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For such a small neighbourhood, Le Marais has an amazing array of museums, including the Musée Carnavalet (closed for renovations until the end of 2019), the Maison de Victor Hugo, the Musée de la Chasse et de la Nature and the Musée d’Art et d’Histoire du Judaïsme, but if you haven’t got the time (or the inclination) to visit all of these, the Musée National Picasso-Paris and the Maison Européene de la Photographie are the ones to prioritise.
Two other places to consider adding to your itinerary are the Carreau du Temple, which hosts events, fairs and short exhibitions in everything from art, fashion and design to sports and politics, and the Institut Suédois (Swedish Institute), whose exhibitions trace the cultural links between the two nations and whose cakes are some of the best around.
Le Marais offers one of the capital’s best shopping experiences. The two main retail streets are the Rue des Francs-Bourgeois and the Rue Vieille du Temple, which run perpendicular to each other and have all the luxury boutiques and high-street flagships you could wish for.
The number of innovative concept stores in the area is also on the rise. Merci has become one of the capital’s most desirable shopping locations in recent years, selling everything from vintage clothing and accessories to homeware, gifts and stationery. Its Used Book Café, featuring a 10,000-book library, is a huge draw. For serious fashion lovers, trips to The Broken Arm and Tom Greyhound are a must.
For style inspiration, head to 0fr, which is hands down the coolest bookstore in Paris. You’ll be sure to find a dozen avant-garde publications that you’ve never heard of before but which you suddenly find you can’t live without.
For a spot of focussed people watching, the traditional venue is the Place des Vosges. This formal square in the southeast of Le Marais gets packed on sunny days so, if it’s peace and quiet you’re after, head to the tranquil courtyards of the Jardin Anne Frank instead.
As far as festivals are concerned, Gay Pride is, naturally, one of the biggest. It’s normally held at some point during the summer, but the exact date changes each year. In 2019 it will be held on Saturday 29 June.
For a casual bite to eat, head to the Rue des Rosiers and the Rue des Écouffes for a taste of the local delicacies: falafel wraps and pastrami sandwiches. There are loads of small restaurants to choose from, and a decision is usually made on the basis of which has the longest line outside. Two sure-fire options are L’As du Fallafel and Florence Kahn. Miznon is also gaining a stellar reputation for its crazy-fresh dishes from the Mediterranean.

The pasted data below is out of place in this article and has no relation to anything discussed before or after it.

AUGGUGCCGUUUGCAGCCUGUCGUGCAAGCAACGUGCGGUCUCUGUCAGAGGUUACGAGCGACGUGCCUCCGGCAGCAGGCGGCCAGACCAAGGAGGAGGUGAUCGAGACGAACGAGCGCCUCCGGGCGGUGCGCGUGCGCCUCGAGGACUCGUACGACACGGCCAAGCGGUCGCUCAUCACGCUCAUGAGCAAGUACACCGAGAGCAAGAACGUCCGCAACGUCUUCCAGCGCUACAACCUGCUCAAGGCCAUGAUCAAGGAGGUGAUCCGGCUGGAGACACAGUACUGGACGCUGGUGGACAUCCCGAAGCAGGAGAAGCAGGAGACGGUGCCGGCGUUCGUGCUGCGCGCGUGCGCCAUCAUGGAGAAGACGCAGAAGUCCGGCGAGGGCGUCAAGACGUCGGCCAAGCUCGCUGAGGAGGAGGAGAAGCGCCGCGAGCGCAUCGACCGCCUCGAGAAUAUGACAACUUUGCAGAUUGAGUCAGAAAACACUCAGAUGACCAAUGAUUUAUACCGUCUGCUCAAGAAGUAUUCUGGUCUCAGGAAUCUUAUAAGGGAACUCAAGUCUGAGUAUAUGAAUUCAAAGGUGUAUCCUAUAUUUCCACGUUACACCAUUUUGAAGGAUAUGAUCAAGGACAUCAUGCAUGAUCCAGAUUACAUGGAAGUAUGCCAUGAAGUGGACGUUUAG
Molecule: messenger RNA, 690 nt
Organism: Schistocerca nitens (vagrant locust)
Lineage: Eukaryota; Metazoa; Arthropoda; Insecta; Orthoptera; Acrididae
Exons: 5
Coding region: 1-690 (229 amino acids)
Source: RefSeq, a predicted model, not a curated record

If you’re looking to buy in some groceries or pick up a snack to eat on the go, make a beeline for the Marché des Enfants Rouges, the oldest covered market in Paris; or the Maison Plisson, which has pretty much everything you could ever want under one roof, including a greengrocer, bakery, butcher, cheesemonger, wine cellar, café and terrace restaurant. You could pick up your home cooking essentials at a local store, but the range and quality of the produce aren’t going to be a patch on either of these.
There are also plenty of more formal dining options in Le Marais. If you’re in the mood for Italian, then it’s Baffo you should be calling for a reservation, and if you want to keep it French (albeit with a very modern twist), try Pamela Popo.
The area is also a base for the craft-cocktail revolution that is slowly but surely spreading across Paris. If you’re north of the Rue de Poitou, the street that marks the limit of the Haut-Marais (an ultra-trendy neighbourhood within a neighbourhood, where France’s movie stars have their Parisian apartments), call in at Le Mary Celeste for a carefully concocted beverage. Its natural wine list and locally sourced dishes are a treat, as are the oysters for which the restaurant is famous.
On the other side of Le Marais, Sherry Butt stands out from the crowd. It has a generous selection of whiskys and cocktails on the menu, including some genuinely inventive non-alcoholic options. The chilled atmosphere and shabby-chic interiors make it the perfect bar in which to get into the mood for a night on the tiles.
If there’s one thing that Le Marais has in abundance, it’s gay bars, most of them located on the Rue du Temple, the Rue des Archives and the streets that connect the two. Just east of the main drag is Les Souffleurs, the hang-out of choice for the capital’s queer hipsters. It’s open every day, with happy hour from 6pm to 9pm, and has DJ sets on Thursdays and Saturdays. Duplex Bar is further off the beaten path, but is worth the very minor trek to see its regular art exhibitions.
On the whole, hotels in Le Marais are beautiful, but expensive. While rates do fluctuate and you might be able to find a good deal, most typically charge well over €100 (£87) per night. One reasonably priced three-star hotel to look into is the MHIF Le Marais by HappyCulture, which is quiet and comfortable and holds nightly cheese and wine tasting sessions. If you prefer to have a little more space and independence, check out the chic pads available to rent on Airbnb.
The easiest way to get to Le Marias is on the Métro. The M11 and M8 helpfully mark its eastern and western borders respectively and meet in the north at République, where the M3, M5 and M9 also stop. The M1 and M7 run along its southern tip. The 29, 75 and 96 buses will drop you off in the centre of Le Marais and the area is served by numerous Vélib’ stations, the hubs of the city’s bike rental system. The RATP interactive map can help you plan your journey.
It’s a compact area, and you’ll easily be able to walk along every street in a day or two, but you’ll want to come back many more times to discover everything Le Marais has to offer.